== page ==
Despite the political gains made by the Iran-backed Houthis in Yemen in recent days following US President Joe Biden’s inauguration, such as the removal of the Houthi’s terror designation and Washington’s halting support for the Arab coalition, Tehran has not hidden its concern about Washington playing an active role in Yemen.
Yemeni media quoted the Iranian ambassador to the internationally unrecognised government of Sana’a, Hassan Erlo, as accusing Washington of seeking to impose its political and military presence in Yemen.
The sources quoted Erlo as saying in a tweet, “America is the greatest devil, and we are not optimistic about the American rhetoric. Certainly the new administration has a different policy from its predecessors, which is to impose a direct political and military presence in Yemen, as happened in both Iraq and Syria.”
Yemeni political sources considered the position to be an Iranian attempt to link any settlement in Yemen with resolving the differences it has with the United States and the European Union over the nuclear agreement, given that it is the only party capable of forcing the Houthis to engage in a political settlement in the Yemeni file.
— Saudi statements —
On the other hand, Saudi Arabia, which leads the Arab coalition in Yemen, has signalled its unwillingness to make any concessions related to national security, including addressing any potential threats coming from the Iran-backed Houthi militias.
Saudi Deputy Defense Minister Prince Khalid bin Salman cautiously welcomed US statements about stopping the war in Yemen and affirmed Riyadh’s commitment to supporting Yemeni “legitimacy,” which observers said signalled the Saudi government’s commitment to protecting the kingdom’s national security and steering clear of external pressure.
The Saudi deputy defense minister stressed the kingdom’s commitment to reaching “a comprehensive political solution in the war-torn country based on the three references, which will ensure peace and stability for Yemen and the region.”
The three references include the outcomes of the Yemeni National Dialogue Conference (2013-2014), the Gulf initiative and UN Security Council resolutions on Yemen.
Saudi statements in support of a political settlement to the Yemeni conflict coincided with the continued response to Houthi attacks and the destruction of hostile targets, in spite of Washington’s announcement it was halting its military support for the Arab coalition.
On Sunday, the Arab coalition announced it had intercepted and destroyed a booby-trapped drone launched by the militias towards southern Saudi Arabia.
Yemeni military sources revealed that, during the past days, the governorate of Marib was subjected to one of the most severe Houthi attacks from various fronts, in conjunction with the launch of numerous ballistic missiles and drones on the city.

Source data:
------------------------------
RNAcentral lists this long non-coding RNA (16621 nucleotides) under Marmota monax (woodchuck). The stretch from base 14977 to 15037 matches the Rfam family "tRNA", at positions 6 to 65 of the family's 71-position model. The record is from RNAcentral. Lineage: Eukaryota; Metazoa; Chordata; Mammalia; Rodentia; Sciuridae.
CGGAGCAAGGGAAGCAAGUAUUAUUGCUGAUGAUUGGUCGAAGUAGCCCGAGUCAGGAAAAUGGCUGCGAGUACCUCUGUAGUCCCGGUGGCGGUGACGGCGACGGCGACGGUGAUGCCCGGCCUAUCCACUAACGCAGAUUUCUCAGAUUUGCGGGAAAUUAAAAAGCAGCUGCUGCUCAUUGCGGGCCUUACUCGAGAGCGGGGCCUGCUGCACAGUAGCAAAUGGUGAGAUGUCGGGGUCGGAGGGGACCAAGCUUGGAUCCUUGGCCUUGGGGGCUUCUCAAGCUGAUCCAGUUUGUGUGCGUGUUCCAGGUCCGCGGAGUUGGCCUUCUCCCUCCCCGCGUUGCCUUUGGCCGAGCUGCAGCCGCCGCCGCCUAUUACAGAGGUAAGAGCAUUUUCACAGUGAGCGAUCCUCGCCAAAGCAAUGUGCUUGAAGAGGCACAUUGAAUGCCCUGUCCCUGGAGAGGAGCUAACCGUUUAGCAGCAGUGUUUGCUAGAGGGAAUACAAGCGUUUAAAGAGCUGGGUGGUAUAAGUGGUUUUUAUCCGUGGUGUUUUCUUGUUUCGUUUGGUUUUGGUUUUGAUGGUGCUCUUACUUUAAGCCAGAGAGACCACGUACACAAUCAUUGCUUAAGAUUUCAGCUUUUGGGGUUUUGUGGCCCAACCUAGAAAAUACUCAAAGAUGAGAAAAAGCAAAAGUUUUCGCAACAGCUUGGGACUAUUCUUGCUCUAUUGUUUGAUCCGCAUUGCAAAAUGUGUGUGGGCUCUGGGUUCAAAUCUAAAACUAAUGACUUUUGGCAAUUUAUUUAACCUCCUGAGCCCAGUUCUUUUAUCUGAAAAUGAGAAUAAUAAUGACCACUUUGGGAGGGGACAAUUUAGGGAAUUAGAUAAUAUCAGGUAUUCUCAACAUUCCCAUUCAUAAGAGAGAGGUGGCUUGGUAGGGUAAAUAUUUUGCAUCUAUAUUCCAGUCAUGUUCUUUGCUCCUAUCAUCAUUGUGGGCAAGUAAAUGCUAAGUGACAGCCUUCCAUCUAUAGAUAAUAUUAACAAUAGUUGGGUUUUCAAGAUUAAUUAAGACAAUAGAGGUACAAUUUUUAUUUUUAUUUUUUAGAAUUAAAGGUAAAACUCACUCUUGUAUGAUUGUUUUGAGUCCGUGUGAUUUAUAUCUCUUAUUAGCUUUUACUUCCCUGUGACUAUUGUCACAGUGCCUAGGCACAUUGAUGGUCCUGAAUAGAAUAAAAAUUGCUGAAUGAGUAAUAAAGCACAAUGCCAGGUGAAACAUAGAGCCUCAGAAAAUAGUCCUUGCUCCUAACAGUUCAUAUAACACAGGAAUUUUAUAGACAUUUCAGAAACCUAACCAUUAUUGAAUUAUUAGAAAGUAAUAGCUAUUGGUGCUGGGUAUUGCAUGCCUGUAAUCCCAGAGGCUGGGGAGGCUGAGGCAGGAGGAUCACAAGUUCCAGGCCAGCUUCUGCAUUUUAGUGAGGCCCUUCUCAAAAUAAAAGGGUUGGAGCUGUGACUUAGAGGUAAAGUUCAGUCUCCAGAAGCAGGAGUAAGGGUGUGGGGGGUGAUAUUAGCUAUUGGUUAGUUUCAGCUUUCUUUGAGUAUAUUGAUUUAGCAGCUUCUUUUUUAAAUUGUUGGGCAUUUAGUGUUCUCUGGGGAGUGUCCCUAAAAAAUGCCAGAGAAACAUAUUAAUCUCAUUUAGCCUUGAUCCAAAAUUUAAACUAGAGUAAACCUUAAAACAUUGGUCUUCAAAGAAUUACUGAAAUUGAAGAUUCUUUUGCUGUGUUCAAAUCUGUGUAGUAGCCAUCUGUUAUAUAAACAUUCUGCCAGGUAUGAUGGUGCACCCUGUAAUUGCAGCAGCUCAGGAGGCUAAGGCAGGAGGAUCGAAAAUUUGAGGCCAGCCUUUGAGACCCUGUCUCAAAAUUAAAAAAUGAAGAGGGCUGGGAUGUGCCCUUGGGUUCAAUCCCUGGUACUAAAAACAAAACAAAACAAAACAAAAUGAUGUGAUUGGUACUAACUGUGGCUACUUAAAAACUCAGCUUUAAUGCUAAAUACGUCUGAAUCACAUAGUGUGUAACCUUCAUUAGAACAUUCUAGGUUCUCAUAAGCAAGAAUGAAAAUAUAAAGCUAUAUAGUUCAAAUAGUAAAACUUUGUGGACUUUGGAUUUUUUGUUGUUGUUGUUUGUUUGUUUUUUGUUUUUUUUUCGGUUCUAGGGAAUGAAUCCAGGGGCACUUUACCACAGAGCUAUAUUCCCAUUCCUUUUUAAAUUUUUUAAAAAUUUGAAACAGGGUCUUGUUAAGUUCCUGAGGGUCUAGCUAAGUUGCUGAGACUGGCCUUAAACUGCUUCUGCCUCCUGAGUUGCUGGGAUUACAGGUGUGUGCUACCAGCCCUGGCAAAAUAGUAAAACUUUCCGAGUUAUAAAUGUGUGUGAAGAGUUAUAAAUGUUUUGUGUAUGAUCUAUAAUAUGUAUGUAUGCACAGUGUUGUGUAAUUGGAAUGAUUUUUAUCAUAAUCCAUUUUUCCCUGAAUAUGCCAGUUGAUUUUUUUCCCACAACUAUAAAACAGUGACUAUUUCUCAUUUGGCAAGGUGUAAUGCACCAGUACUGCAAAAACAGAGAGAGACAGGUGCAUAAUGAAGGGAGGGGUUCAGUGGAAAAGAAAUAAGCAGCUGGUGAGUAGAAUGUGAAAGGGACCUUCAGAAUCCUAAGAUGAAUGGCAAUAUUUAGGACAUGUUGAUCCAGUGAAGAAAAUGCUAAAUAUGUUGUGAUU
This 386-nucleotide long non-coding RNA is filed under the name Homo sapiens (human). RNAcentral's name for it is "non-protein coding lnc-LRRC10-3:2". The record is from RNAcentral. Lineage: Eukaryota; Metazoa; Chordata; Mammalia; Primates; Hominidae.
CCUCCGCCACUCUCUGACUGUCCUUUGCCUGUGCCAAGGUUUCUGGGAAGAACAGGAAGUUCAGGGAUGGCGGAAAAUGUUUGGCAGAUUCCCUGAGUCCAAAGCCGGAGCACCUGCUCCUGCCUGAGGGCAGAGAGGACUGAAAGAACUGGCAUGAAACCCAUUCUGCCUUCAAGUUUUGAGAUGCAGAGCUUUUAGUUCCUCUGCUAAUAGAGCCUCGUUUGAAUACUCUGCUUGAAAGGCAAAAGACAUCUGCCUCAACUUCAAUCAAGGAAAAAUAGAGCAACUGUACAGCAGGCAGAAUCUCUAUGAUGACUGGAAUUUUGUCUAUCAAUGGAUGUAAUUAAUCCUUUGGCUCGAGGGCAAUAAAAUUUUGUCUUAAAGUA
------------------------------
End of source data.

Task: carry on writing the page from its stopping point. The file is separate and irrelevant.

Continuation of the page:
The Houthis seek to take advantage of the state of international inaction towards their practices and achieve the largest possible military gain before reaching a ceasefire agreement and resuming political consultations under UN auspices.
Yemeni Information Minister Muammar al-Eryani said that “the removal of the Houthi militias’ designation as a terrorist organisation … sends wrong signals to the Houthis and Iran to continue their escalatory approach, crimes and violations against civilians.”
Eryani indicated in a series of tweets that “removing the designation will contribute to complicating the Yemeni crisis, prolonging the coup, and exacerbating the human suffering caused by the war that the Houthis triggered.” He added Washington’s move will also “make peace out of Yemenis’ reach and will amount to a free gift to the Iranian regime, strengthening its subversive policies in the region and threatening international interests.”
Yemeni observers say the international and Western approach to ending the Yemeni conflict lacks political realism as it is remain oblivious to many of the complexities of Yemen’s political, regional and ideological file, noting that imposing a settlement that does not guarantee Iran’s military influence will be stopped will turn the country into a regional battleground.
The observers also warn that rewarding the Houthis by empowering them to control the northern governorates will provide an excuse for secessionists in the south to attempt to break away, with the risk of dividing the country on regional and sectarian bases.